What factors may have triggered some of the large diversification events in deuterostomes?
The large diversification of deuterostomes is similar to the diversification of protostomes. As stated in my post titled “Protostome Diversity,” these changes were triggered by transitions to land and their heterotrophic nature. The transition from marine echinodermates to vertebrates has brought about several key innovations.
The development of the pharyngeal gill slits, nerve cord, notochord and post-anal tail allowed for better feeding and movement.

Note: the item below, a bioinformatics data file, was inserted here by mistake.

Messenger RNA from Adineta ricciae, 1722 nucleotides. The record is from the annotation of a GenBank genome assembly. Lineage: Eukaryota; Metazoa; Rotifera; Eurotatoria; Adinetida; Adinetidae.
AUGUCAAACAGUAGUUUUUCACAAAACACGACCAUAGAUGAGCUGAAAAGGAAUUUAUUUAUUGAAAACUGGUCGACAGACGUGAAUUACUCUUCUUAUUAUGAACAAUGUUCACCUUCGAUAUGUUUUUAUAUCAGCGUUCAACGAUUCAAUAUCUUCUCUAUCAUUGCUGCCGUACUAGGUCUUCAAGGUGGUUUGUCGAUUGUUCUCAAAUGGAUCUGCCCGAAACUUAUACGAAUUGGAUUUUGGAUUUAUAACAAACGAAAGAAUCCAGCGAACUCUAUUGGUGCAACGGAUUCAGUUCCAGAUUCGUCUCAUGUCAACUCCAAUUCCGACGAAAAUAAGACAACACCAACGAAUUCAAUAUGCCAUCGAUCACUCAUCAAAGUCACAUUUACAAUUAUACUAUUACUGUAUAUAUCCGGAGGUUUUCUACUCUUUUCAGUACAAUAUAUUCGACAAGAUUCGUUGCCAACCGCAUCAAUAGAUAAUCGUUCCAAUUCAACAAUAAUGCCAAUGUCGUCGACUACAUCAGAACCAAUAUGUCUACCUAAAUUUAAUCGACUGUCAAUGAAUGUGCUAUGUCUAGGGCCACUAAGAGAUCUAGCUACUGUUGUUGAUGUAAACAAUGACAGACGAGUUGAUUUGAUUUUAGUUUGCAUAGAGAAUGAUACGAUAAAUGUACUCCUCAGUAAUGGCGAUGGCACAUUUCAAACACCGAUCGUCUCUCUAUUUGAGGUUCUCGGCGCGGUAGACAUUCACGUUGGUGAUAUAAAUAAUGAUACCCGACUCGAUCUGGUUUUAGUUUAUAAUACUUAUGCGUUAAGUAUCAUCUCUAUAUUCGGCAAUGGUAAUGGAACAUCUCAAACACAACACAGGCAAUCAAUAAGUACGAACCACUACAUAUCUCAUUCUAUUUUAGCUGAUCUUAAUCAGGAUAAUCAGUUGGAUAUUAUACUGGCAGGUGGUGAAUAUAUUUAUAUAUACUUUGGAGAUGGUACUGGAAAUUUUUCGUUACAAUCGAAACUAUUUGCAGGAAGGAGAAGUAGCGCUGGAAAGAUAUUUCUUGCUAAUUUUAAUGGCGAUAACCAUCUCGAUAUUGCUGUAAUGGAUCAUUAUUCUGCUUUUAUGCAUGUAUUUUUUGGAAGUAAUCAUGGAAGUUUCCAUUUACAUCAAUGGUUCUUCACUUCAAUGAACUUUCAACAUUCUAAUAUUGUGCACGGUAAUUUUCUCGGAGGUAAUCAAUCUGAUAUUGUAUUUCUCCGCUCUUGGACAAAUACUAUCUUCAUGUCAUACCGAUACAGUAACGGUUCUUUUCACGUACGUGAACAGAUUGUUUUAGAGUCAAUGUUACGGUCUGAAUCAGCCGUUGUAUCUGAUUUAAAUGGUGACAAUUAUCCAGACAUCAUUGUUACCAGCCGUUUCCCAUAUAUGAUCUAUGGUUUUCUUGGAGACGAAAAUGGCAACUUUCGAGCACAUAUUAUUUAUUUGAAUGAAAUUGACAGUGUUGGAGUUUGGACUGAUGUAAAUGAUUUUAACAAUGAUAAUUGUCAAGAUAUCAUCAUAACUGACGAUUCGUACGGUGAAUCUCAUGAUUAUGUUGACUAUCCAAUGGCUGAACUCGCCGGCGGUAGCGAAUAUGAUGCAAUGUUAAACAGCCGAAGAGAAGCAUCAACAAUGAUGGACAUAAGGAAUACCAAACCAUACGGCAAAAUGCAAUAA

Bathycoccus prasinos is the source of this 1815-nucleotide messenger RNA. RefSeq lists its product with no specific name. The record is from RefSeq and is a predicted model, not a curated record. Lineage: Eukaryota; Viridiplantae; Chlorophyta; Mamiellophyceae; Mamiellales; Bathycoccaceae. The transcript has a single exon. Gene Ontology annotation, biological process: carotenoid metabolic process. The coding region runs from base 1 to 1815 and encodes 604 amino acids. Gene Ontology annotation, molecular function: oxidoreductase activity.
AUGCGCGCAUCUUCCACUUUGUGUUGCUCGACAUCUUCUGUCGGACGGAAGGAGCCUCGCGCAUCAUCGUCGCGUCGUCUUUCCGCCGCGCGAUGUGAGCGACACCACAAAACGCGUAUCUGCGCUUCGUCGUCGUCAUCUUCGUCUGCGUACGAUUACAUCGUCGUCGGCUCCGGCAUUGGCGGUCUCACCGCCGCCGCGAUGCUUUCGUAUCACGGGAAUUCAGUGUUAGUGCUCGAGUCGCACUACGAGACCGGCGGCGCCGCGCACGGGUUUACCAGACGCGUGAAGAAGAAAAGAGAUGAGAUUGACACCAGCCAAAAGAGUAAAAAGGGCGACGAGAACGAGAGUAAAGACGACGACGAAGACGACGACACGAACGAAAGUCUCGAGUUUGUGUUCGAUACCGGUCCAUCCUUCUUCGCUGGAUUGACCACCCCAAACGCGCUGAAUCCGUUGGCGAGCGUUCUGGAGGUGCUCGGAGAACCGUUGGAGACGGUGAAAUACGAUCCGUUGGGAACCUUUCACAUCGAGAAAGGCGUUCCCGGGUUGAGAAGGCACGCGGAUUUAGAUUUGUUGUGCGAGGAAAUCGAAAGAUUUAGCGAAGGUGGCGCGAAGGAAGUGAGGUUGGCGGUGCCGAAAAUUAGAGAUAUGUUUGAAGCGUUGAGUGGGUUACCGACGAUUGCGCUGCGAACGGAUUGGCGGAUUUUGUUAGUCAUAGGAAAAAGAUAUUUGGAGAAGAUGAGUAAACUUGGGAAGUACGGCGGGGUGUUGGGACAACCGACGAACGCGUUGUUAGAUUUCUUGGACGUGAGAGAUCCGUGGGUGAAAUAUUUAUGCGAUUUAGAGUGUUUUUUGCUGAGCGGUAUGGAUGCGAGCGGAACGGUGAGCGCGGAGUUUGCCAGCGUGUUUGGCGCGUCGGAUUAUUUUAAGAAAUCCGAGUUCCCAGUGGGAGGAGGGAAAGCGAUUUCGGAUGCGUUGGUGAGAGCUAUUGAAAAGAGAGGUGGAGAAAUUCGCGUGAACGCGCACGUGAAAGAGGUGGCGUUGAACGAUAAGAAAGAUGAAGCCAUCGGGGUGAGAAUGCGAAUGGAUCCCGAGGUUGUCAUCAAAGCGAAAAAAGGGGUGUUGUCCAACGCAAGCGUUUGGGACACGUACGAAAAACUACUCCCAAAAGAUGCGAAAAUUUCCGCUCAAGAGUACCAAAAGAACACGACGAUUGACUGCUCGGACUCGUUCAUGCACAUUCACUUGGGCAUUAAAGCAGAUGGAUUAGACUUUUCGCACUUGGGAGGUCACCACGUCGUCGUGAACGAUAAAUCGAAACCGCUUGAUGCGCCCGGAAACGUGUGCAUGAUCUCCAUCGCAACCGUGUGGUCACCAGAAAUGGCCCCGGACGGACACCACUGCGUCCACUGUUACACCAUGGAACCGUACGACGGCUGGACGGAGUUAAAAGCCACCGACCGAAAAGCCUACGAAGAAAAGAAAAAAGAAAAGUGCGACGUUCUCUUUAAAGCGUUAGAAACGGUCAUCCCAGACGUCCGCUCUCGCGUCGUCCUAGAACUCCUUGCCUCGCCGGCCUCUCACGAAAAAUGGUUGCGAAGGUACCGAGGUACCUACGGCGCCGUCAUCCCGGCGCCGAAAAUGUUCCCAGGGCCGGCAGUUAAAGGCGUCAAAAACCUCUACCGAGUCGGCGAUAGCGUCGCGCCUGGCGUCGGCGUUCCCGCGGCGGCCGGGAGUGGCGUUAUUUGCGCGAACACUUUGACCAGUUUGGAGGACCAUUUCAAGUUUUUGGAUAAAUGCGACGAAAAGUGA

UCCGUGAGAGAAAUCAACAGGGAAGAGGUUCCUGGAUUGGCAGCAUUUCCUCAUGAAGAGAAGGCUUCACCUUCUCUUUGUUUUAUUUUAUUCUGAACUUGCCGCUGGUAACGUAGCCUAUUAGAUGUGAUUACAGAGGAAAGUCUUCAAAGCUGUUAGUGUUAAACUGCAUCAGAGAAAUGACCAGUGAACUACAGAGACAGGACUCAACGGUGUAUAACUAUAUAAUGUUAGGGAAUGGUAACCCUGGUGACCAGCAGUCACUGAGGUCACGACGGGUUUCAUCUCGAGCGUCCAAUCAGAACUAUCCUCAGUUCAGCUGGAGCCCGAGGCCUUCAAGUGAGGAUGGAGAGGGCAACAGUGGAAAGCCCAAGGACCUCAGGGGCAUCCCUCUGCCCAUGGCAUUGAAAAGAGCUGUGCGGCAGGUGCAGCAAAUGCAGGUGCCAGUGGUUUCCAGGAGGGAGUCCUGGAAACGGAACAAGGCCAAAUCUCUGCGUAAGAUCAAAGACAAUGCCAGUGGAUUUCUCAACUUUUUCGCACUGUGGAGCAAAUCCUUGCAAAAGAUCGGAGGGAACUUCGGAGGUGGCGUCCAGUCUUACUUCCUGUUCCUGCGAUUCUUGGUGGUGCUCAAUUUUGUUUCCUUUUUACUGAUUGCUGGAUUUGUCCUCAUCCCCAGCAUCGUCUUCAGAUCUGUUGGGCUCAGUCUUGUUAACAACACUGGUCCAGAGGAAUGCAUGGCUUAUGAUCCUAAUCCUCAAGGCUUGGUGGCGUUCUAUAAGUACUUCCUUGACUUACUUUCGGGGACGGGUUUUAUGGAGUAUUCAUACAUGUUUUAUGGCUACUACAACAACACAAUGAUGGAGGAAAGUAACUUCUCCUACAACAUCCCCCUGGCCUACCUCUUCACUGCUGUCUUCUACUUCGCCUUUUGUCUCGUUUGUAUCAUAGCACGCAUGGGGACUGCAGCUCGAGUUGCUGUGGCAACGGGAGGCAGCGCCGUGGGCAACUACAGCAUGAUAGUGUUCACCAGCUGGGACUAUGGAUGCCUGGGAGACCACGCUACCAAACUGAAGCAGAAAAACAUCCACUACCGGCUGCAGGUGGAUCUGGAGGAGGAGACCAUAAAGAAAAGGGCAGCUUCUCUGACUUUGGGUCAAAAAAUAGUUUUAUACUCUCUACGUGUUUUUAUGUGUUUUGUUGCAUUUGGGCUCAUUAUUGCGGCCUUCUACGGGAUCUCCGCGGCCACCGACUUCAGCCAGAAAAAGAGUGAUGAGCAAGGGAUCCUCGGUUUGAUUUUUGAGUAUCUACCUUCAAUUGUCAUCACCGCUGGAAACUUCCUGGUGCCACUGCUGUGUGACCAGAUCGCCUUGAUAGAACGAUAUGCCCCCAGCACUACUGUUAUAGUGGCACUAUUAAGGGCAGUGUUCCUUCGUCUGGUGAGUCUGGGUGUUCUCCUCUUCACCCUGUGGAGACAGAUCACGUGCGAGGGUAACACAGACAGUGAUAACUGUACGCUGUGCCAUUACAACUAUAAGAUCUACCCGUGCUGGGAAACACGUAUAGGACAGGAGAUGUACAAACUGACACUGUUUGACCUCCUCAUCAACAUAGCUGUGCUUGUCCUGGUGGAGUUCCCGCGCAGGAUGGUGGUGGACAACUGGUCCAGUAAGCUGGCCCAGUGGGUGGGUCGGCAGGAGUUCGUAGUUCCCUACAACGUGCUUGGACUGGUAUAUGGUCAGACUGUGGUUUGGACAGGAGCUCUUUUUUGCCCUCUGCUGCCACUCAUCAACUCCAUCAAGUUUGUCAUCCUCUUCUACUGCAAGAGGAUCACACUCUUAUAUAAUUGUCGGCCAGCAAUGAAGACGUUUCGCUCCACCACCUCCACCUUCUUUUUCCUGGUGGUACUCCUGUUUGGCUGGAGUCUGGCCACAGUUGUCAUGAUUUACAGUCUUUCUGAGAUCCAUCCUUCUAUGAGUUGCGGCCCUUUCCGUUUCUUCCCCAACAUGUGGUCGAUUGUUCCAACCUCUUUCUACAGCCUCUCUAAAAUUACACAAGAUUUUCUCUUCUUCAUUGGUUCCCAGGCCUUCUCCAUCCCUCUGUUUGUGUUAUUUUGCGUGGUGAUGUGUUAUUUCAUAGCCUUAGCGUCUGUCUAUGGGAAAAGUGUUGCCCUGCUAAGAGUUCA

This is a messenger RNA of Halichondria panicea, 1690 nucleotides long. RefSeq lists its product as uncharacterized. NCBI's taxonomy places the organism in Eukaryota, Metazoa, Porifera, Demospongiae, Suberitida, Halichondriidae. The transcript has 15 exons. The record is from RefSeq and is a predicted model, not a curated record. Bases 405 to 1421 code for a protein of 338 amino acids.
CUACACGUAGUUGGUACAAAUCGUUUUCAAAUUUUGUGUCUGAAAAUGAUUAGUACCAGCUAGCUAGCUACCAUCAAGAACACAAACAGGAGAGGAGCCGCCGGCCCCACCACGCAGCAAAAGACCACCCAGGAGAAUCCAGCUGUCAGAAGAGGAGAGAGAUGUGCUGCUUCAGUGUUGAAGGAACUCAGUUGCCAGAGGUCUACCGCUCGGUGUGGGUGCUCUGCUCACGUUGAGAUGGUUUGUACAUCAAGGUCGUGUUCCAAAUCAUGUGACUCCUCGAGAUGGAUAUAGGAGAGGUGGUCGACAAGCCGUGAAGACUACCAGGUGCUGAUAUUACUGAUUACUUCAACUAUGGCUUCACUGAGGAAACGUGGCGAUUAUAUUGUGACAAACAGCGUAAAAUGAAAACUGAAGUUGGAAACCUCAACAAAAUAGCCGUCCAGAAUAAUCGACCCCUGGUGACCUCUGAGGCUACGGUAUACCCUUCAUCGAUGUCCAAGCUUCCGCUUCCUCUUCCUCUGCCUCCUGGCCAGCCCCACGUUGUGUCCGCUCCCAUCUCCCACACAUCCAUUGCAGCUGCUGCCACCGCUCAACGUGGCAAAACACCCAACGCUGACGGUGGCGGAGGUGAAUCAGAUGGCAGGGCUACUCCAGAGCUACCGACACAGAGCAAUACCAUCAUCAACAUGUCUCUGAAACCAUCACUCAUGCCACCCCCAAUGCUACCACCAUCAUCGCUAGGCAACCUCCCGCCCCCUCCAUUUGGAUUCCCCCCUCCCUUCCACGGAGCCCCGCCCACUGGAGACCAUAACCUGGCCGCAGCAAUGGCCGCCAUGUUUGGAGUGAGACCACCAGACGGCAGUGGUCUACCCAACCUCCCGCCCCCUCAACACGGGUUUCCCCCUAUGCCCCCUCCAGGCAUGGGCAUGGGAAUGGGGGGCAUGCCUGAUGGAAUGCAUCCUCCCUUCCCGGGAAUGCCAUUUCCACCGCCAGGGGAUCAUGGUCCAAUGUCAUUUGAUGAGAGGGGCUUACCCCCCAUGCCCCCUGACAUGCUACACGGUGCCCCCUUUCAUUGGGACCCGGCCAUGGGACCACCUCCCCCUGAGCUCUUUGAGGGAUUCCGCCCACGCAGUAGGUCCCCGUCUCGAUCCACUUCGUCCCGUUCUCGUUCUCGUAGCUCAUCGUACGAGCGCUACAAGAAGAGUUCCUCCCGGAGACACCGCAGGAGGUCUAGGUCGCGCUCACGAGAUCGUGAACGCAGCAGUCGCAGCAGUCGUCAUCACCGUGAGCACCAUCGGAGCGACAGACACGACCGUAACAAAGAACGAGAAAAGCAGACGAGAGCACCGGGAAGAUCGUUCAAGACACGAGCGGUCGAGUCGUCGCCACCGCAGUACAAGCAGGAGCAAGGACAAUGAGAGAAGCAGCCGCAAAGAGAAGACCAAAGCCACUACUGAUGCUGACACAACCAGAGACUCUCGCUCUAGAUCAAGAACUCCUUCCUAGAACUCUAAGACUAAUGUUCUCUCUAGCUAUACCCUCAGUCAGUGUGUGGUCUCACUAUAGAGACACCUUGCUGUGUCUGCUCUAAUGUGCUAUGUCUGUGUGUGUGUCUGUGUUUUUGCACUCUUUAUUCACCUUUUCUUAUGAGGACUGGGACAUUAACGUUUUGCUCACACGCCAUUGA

Next, animals became distinguished by their cartilaginous or bony structures called the vertebrae and the presence of a cranium to protect the brain. These developments led into key innovations including jaws, limbs, feathers, amniotic eggs, placentae, and parental care. Jaws serve as an innovative way to ingest food, and can be modified for different organisms that feed on different energy sources. Limbs allowed for better movement when animals made the transition to land. Feathers and flight allowed some animals to travel in ways that aided their search for food and protected them from other predators. The amniotic egg, with and external membrane along with three internal membranes allowed animals to reproduce in terrestrial environments. The development of a placenta triggered viviparity to evolve, which is common in mammals and is another way in which terrestrial animals can reproduce efficiently. This, however, reduced the number of offspring that could be produced in each cycle. The behavioral trait of parental care evolved to ensure that those low numbers of offspring could survive into adulthood.